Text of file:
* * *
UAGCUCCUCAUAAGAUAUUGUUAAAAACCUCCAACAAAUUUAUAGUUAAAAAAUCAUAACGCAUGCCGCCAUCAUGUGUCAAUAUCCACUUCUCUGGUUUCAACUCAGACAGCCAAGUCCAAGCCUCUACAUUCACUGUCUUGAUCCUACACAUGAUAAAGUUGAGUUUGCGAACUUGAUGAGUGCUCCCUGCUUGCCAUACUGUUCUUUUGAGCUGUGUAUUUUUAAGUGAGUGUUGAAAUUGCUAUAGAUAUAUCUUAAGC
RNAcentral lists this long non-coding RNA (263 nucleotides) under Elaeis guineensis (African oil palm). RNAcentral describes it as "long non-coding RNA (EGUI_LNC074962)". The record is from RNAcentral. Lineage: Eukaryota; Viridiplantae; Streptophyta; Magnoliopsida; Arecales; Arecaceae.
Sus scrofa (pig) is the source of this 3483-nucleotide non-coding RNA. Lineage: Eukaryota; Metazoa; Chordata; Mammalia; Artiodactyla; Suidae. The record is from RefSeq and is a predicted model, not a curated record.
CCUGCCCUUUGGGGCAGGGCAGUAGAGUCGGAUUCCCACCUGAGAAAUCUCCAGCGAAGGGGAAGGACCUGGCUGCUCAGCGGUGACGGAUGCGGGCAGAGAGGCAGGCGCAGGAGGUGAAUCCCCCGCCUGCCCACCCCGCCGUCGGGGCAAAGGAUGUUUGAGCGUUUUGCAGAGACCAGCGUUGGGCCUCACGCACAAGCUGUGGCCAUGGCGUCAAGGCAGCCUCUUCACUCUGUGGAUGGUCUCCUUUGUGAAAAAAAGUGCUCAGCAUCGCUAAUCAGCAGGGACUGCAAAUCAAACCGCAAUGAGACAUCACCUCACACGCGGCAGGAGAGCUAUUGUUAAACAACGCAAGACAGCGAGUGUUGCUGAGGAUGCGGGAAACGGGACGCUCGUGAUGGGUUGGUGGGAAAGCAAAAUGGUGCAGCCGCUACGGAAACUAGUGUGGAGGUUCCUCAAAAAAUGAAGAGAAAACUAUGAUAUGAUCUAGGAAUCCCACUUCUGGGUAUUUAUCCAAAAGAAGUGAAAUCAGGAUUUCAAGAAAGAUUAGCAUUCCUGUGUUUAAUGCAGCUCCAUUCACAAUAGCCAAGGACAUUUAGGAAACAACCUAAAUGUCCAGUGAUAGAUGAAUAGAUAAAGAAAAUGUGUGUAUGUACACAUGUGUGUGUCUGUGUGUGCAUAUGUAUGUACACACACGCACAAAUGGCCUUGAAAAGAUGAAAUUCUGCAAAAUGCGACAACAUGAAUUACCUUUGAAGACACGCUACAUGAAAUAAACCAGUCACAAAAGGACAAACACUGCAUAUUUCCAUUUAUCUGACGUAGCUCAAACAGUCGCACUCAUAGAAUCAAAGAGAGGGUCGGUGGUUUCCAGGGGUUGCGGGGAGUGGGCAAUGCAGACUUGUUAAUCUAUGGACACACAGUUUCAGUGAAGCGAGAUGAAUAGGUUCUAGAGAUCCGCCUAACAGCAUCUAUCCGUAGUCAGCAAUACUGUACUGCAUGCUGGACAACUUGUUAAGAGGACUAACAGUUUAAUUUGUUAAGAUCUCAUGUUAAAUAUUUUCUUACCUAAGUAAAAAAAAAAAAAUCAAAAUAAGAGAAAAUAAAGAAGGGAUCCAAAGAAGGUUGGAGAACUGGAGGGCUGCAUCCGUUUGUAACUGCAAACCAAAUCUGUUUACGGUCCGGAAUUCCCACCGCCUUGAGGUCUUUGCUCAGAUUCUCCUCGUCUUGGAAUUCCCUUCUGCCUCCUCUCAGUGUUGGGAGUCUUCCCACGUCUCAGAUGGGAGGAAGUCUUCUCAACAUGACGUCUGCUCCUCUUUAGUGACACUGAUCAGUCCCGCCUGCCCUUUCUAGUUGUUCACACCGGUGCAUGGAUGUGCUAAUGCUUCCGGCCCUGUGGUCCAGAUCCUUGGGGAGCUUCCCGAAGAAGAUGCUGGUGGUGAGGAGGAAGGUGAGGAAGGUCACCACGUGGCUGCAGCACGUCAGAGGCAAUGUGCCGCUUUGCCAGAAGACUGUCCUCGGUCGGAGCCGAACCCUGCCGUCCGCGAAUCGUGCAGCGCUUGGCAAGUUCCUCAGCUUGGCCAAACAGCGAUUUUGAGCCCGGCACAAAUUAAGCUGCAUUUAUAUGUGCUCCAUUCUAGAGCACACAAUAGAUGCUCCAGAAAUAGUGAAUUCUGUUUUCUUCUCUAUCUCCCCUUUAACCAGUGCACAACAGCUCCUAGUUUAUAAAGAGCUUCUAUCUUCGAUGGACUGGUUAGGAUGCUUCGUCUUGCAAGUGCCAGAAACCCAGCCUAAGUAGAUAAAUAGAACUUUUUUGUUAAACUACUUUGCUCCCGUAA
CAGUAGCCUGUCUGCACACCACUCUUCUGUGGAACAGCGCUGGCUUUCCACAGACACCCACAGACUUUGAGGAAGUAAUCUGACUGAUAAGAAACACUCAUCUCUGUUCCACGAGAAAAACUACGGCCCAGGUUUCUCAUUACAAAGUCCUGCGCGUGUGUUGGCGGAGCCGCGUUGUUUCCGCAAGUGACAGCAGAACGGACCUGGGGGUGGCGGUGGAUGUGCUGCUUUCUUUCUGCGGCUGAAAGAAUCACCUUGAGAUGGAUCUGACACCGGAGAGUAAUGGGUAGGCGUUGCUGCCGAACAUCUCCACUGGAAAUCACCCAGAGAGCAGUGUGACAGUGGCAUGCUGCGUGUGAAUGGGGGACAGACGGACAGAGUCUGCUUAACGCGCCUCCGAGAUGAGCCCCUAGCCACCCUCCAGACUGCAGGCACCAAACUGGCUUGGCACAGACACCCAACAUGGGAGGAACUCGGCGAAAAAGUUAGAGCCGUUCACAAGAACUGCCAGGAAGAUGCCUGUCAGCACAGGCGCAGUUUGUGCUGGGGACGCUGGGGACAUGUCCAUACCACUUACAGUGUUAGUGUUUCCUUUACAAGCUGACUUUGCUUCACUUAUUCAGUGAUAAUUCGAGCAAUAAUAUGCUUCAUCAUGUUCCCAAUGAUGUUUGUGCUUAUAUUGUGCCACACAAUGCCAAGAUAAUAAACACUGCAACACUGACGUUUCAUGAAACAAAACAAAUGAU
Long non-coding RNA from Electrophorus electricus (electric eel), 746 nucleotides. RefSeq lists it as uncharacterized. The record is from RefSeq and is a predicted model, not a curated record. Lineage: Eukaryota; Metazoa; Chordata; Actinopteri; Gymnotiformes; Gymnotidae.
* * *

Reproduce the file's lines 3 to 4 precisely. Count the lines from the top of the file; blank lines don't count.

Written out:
Sus scrofa (pig) is the source of this 3483-nucleotide non-coding RNA. Lineage: Eukaryota; Metazoa; Chordata; Mammalia; Artiodactyla; Suidae. The record is from RefSeq and is a predicted model, not a curated record.
CCUGCCCUUUGGGGCAGGGCAGUAGAGUCGGAUUCCCACCUGAGAAAUCUCCAGCGAAGGGGAAGGACCUGGCUGCUCAGCGGUGACGGAUGCGGGCAGAGAGGCAGGCGCAGGAGGUGAAUCCCCCGCCUGCCCACCCCGCCGUCGGGGCAAAGGAUGUUUGAGCGUUUUGCAGAGACCAGCGUUGGGCCUCACGCACAAGCUGUGGCCAUGGCGUCAAGGCAGCCUCUUCACUCUGUGGAUGGUCUCCUUUGUGAAAAAAAGUGCUCAGCAUCGCUAAUCAGCAGGGACUGCAAAUCAAACCGCAAUGAGACAUCACCUCACACGCGGCAGGAGAGCUAUUGUUAAACAACGCAAGACAGCGAGUGUUGCUGAGGAUGCGGGAAACGGGACGCUCGUGAUGGGUUGGUGGGAAAGCAAAAUGGUGCAGCCGCUACGGAAACUAGUGUGGAGGUUCCUCAAAAAAUGAAGAGAAAACUAUGAUAUGAUCUAGGAAUCCCACUUCUGGGUAUUUAUCCAAAAGAAGUGAAAUCAGGAUUUCAAGAAAGAUUAGCAUUCCUGUGUUUAAUGCAGCUCCAUUCACAAUAGCCAAGGACAUUUAGGAAACAACCUAAAUGUCCAGUGAUAGAUGAAUAGAUAAAGAAAAUGUGUGUAUGUACACAUGUGUGUGUCUGUGUGUGCAUAUGUAUGUACACACACGCACAAAUGGCCUUGAAAAGAUGAAAUUCUGCAAAAUGCGACAACAUGAAUUACCUUUGAAGACACGCUACAUGAAAUAAACCAGUCACAAAAGGACAAACACUGCAUAUUUCCAUUUAUCUGACGUAGCUCAAACAGUCGCACUCAUAGAAUCAAAGAGAGGGUCGGUGGUUUCCAGGGGUUGCGGGGAGUGGGCAAUGCAGACUUGUUAAUCUAUGGACACACAGUUUCAGUGAAGCGAGAUGAAUAGGUUCUAGAGAUCCGCCUAACAGCAUCUAUCCGUAGUCAGCAAUACUGUACUGCAUGCUGGACAACUUGUUAAGAGGACUAACAGUUUAAUUUGUUAAGAUCUCAUGUUAAAUAUUUUCUUACCUAAGUAAAAAAAAAAAAAUCAAAAUAAGAGAAAAUAAAGAAGGGAUCCAAAGAAGGUUGGAGAACUGGAGGGCUGCAUCCGUUUGUAACUGCAAACCAAAUCUGUUUACGGUCCGGAAUUCCCACCGCCUUGAGGUCUUUGCUCAGAUUCUCCUCGUCUUGGAAUUCCCUUCUGCCUCCUCUCAGUGUUGGGAGUCUUCCCACGUCUCAGAUGGGAGGAAGUCUUCUCAACAUGACGUCUGCUCCUCUUUAGUGACACUGAUCAGUCCCGCCUGCCCUUUCUAGUUGUUCACACCGGUGCAUGGAUGUGCUAAUGCUUCCGGCCCUGUGGUCCAGAUCCUUGGGGAGCUUCCCGAAGAAGAUGCUGGUGGUGAGGAGGAAGGUGAGGAAGGUCACCACGUGGCUGCAGCACGUCAGAGGCAAUGUGCCGCUUUGCCAGAAGACUGUCCUCGGUCGGAGCCGAACCCUGCCGUCCGCGAAUCGUGCAGCGCUUGGCAAGUUCCUCAGCUUGGCCAAACAGCGAUUUUGAGCCCGGCACAAAUUAAGCUGCAUUUAUAUGUGCUCCAUUCUAGAGCACACAAUAGAUGCUCCAGAAAUAGUGAAUUCUGUUUUCUUCUCUAUCUCCCCUUUAACCAGUGCACAACAGCUCCUAGUUUAUAAAGAGCUUCUAUCUUCGAUGGACUGGUUAGGAUGCUUCGUCUUGCAAGUGCCAGAAACCCAGCCUAAGUAGAUAAAUAGAACUUUUUUGUUAAACUACUUUGCUCCCGUAA